Matt & Ashley got to the U-Turn first and they U-Turned Jenny & Jelani in large part to force Jenny & Jelani to use the Express Pass that I'd forgotten they had. They also used the U-Turn on Jenny & Jelani because Jenny had been a bit cutthroat earlier and sometimes people forget this is a race. Jenny & Jelani did, indeed, play their Express Pass, but still survived in the now-equalized game and Jenny was irate at having been U-Turned, because sometimes people forget this is a race.

Tyler & Laura, meanwhile, U-Turned Steve & Aly, which was their death knell, but they never were going to catch up anyway.

A few other highlights from the episode:

*** Hayley's flirtation with their bush plane pilot was funny, especially because of how little Blair cared. I was also interested that Hayley's enthusiasm in relating to and playing with the native children was presented as a negative, presumably because she wasn't paying enough attention to Blair? Dunno.

*** I wonder if a last-minute insurance hang-up messed up that sky-diving Roadblock. That was awful. I also wonder why, with all of the great animal action in the episode, none of CBS' official press stills for the episode feature animals.

*** Matt & Ashley won the night's opening Leg, their first Leg victory. Laura & Tyler won the second Leg, their first of the season. Jenny & Jelani, who won the two season-opening Legs are the only team this season with more than one Leg victory. That's rather even.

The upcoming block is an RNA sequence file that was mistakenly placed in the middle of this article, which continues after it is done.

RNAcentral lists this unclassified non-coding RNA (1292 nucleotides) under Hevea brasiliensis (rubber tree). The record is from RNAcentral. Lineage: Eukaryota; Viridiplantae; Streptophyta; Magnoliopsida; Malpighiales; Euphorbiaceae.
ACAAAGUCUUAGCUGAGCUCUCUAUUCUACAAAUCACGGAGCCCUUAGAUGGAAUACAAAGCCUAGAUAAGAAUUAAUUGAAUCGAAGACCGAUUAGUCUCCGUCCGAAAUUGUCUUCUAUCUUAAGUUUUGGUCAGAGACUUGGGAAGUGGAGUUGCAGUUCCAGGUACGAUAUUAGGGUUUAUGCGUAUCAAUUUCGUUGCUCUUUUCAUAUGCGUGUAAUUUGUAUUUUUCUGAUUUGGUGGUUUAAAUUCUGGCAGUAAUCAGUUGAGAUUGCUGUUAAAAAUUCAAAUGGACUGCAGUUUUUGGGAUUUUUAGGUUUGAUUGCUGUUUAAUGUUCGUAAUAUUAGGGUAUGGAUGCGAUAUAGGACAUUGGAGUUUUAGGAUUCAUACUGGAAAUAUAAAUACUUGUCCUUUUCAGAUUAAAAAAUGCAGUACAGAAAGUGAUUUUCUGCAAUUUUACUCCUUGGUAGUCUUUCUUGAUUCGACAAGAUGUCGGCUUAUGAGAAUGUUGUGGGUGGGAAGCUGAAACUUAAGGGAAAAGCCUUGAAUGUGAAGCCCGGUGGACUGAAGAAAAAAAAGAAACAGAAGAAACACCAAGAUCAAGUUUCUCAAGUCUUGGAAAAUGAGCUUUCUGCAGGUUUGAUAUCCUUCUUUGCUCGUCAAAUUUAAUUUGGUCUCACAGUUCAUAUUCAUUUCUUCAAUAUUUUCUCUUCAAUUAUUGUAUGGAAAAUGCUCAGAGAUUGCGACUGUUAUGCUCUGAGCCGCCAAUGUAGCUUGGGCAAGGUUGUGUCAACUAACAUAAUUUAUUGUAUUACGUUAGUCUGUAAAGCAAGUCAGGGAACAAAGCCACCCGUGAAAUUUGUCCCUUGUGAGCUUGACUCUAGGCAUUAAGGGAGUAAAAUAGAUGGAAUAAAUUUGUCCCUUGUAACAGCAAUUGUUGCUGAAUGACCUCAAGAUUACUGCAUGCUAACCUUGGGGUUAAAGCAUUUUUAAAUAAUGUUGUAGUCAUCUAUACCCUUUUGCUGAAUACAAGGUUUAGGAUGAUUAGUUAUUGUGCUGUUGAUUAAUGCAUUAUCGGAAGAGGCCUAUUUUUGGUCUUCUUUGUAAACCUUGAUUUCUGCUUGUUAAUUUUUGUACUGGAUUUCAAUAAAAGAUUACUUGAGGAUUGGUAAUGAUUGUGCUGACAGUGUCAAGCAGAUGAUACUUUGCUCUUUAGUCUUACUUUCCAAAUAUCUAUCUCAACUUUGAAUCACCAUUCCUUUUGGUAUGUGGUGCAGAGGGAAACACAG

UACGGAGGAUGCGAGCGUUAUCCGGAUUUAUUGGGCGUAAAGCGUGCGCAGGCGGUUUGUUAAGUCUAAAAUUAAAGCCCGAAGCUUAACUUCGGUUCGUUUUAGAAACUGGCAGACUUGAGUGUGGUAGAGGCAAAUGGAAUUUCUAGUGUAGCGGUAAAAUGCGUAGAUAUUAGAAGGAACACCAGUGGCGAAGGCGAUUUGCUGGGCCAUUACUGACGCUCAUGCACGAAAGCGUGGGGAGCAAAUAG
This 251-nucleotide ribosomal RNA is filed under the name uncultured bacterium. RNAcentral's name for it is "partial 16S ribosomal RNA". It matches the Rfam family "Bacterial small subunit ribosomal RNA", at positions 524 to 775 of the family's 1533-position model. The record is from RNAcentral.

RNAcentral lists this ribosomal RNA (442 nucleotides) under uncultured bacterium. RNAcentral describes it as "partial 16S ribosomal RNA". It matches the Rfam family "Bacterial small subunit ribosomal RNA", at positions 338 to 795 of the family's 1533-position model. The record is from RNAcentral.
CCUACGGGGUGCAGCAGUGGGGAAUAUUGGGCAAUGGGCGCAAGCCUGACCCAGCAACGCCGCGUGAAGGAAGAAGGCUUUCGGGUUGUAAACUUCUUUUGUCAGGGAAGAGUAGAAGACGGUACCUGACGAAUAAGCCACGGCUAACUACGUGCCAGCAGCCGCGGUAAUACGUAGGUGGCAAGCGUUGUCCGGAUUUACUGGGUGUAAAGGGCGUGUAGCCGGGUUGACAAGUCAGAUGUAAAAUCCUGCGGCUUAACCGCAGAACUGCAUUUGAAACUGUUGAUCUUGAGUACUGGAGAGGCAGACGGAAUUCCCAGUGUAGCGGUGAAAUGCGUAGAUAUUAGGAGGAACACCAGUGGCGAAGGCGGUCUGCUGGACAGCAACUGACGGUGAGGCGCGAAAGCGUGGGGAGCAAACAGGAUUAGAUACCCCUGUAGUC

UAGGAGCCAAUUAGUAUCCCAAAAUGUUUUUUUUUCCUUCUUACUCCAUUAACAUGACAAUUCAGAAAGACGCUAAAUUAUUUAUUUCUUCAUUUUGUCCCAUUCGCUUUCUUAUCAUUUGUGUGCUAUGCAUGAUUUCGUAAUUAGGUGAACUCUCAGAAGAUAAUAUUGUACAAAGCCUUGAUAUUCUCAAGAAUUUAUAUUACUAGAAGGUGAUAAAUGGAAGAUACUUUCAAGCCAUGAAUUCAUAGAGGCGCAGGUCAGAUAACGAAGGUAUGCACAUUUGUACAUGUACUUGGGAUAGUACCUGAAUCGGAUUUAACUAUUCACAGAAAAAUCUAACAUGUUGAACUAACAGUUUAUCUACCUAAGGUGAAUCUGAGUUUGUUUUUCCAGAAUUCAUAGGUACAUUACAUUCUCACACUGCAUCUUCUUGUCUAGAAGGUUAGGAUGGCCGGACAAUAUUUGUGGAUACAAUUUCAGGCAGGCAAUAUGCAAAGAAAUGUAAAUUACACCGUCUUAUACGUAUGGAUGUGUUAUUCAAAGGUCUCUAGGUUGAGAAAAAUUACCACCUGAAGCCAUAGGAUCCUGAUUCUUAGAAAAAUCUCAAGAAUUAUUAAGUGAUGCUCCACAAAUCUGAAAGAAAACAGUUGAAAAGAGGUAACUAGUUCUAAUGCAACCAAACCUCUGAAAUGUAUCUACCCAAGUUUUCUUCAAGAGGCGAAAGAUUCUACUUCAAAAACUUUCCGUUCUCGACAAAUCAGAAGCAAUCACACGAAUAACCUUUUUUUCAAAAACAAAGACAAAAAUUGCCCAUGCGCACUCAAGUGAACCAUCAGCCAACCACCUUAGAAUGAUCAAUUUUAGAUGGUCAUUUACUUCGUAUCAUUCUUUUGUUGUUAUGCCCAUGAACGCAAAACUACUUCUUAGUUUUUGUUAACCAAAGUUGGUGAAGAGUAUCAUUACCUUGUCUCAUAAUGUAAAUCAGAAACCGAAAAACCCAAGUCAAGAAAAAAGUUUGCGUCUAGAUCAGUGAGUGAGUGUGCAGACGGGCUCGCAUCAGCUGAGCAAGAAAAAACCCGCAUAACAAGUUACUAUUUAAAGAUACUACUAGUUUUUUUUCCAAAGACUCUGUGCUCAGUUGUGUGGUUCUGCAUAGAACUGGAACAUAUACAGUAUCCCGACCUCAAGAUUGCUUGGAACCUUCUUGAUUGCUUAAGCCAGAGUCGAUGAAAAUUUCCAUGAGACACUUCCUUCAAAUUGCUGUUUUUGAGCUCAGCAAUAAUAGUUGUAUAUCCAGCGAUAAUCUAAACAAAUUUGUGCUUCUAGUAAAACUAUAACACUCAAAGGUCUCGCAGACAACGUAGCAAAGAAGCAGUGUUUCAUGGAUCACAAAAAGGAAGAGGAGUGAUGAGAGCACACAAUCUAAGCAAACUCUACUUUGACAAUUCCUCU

*** Mike & Rochelle had a tough couple Legs and seemed to constantly be lagging, but emotionally they were quite successful and Rochelle announced that she's prepared to have Mike meet her son when they get back. "Finally," he said. So say we all. Good for them.

*** The teams picking animals to accompany them to the Pit Stop in the second episode was funny, as they were dragging camels and zebras and whatnot. But Mike nearly getting kicked in the crotch by his zebra exposed why maybe this wasn't such a great idea, as did the slow-motion walk to the Pit Stop. The rock-climbing scramble to the Pit Stop in the first episode was much better.

Aight. It's 1 a.m. where I am and I'm sleepy.

What'd you think of the two episodes?

A long-time member of the TCA Board and a longer-time blogger of "American Idol," Dan Fienberg writes about TV, except for when he writes about movies or sometimes writes about the Red Sox. But never music. He would sound stupid talking about music.